The Right to Information about Proposed Treatments

You (or your agent or representative) has the right to receive from your doctor, the information that you need in order to make informed decisions about whether to agree to a procedure or treatment that your doctor recommends.

This information should generally include:

  • A description of the recommended treatment or procedure, and its risks and benefits;
  • A description of the risks and benefits of alternative treatments or procedures (if there are any), including the likely result of having no treatment at all;
  • Any other information you may want, which the doctor is able to provide.

It is very important to remember that although physicians cannot guarantee the results of a medical treatment, you have the right to ask, and you should ask your doctor, any questions you may have about your condition, or about any proposed treatments or procedures.

Advance Directive 

There may come a time when, because of an illness or accident, you are not able to communicate your wishes regarding your medical treatment. The purpose of the advance directive is to provide written instructions about your wishes for medical treatment when you become unable to make health care decisions. Types of advance directives include a Health Care Proxy, a Living Will, and a Durable Power of Attorney and a MOLST form. These documents tell health care providers who you assign to speak for you as your health care agent. Your health care agent may act for you only if your doctor determines that you are unable to make or communicate your health care decisions (for example, if you are in a coma). Your health care agent would then have the legal authority to make all health care decisions for you, including decisions about life-sustaining treatment unless you place limitations on your agent's authority in the Health Care Proxy form.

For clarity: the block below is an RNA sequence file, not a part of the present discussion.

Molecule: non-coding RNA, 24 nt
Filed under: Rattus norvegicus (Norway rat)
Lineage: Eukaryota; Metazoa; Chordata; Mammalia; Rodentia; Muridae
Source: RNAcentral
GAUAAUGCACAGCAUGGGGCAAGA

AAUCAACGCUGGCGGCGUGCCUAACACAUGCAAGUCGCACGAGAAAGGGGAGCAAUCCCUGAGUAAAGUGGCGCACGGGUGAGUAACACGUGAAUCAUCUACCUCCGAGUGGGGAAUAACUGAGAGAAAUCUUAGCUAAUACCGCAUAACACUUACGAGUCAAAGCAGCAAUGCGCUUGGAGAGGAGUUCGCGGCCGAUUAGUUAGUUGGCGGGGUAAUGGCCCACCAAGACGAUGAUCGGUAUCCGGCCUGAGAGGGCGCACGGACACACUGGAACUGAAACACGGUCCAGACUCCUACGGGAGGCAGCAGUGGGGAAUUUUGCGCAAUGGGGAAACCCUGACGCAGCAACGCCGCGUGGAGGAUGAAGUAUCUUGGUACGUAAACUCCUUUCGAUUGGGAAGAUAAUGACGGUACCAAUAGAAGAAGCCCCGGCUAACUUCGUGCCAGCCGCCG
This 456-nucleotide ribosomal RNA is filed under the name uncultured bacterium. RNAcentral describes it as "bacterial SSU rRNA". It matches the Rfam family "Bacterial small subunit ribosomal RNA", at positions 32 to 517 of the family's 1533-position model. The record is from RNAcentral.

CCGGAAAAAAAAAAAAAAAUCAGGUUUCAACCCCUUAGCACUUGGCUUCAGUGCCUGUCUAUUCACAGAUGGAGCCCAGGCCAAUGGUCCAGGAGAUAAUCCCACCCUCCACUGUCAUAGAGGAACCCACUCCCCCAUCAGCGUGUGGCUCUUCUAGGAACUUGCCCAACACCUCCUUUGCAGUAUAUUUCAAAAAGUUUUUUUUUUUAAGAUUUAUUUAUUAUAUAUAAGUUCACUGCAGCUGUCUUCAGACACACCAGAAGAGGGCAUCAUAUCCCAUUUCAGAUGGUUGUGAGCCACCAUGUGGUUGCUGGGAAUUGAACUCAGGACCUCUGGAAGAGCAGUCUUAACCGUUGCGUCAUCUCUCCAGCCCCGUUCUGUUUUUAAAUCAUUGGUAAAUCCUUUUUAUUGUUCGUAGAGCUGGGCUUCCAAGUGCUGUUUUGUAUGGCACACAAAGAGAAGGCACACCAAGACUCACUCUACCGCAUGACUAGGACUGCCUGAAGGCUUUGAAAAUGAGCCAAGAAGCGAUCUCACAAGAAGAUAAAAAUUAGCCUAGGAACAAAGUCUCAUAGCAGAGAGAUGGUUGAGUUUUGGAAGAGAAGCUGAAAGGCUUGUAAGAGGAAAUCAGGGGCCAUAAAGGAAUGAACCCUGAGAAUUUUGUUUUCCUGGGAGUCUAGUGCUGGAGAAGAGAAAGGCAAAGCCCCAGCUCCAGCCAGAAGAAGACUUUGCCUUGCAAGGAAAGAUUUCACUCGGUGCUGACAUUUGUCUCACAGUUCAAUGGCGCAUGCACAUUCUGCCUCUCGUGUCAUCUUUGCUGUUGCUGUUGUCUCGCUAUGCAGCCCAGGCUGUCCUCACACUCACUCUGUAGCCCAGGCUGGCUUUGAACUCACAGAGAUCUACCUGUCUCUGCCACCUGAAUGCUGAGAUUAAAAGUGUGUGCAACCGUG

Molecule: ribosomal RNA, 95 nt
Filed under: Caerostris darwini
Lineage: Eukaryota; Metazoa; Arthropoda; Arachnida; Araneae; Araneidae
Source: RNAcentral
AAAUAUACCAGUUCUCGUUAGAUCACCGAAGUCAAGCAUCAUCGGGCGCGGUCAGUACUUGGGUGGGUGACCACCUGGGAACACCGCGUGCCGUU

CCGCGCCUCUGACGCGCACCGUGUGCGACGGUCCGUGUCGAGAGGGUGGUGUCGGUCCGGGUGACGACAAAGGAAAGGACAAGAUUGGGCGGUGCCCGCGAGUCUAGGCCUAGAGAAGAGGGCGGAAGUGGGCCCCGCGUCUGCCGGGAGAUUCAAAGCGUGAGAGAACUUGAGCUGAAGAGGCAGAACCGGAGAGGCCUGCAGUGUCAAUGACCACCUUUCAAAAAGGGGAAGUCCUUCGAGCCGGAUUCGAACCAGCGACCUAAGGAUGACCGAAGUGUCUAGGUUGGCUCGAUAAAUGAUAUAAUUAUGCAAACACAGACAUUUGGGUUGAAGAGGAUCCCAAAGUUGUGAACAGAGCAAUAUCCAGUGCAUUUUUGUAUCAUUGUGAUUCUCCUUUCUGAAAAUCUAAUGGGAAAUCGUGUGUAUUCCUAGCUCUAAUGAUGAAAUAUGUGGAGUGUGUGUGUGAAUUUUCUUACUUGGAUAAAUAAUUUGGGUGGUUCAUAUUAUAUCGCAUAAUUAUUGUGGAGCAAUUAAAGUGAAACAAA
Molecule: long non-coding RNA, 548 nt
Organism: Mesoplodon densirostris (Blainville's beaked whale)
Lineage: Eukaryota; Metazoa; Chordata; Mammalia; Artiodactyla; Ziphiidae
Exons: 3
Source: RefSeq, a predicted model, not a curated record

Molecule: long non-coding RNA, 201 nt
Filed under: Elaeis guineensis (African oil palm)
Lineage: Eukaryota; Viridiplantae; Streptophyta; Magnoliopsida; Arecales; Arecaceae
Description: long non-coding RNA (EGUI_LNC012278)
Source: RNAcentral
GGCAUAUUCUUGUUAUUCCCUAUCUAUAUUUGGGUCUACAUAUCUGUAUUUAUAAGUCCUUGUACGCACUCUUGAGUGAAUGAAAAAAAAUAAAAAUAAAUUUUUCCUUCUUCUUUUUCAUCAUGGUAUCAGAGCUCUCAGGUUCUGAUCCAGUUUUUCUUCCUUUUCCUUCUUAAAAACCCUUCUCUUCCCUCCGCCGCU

Health Care Proxy

There may come a time when, because of an illness or accident, you are not able to make your own decisions. The purpose of the Health Care Proxy is to make sure that your wishes are respected if you become unable to make health care decisions.

You are not required to complete an advance directive such as a Health Care Proxy form in order to receive medical care. You have the right to receive the same type and quality of health care whether or not you complete a Health Care Proxy.

Upon your admission to the hospital, you will be asked whether you have completed a Proxy. If you have completed a Health Care Proxy, you should give a copy to your doctor, nurse or social worker to put in your medical record. You should also notify your Health Care Agent if you know that you are going to be in the hospital. If you have not completed a Proxy, one will be provided to you, along with relevant information, to help you complete the form.

Even if you have not selected a Health Care Proxy, you can still write down specific instructions about how you wish to be treated if you become terminally ill and/or unable to make decisions. This is sometimes called a "Living Will." Although Living Wills are not recognized as legally binding by statute in Massachusetts, these instructions can help other people know of your wishes regarding future medical treatments. You can also speak to your physician while in the hospital and he can complete the MOLST form documenting your wishes for medical treatment.

Health Care Proxy forms and additional information are available in the Patient Access and Case Management departments, and on the nursing units. If you need assistance to complete the Health Care Proxy form a social worker can assist you, please call the case management department at 781-453-5414 for assistance.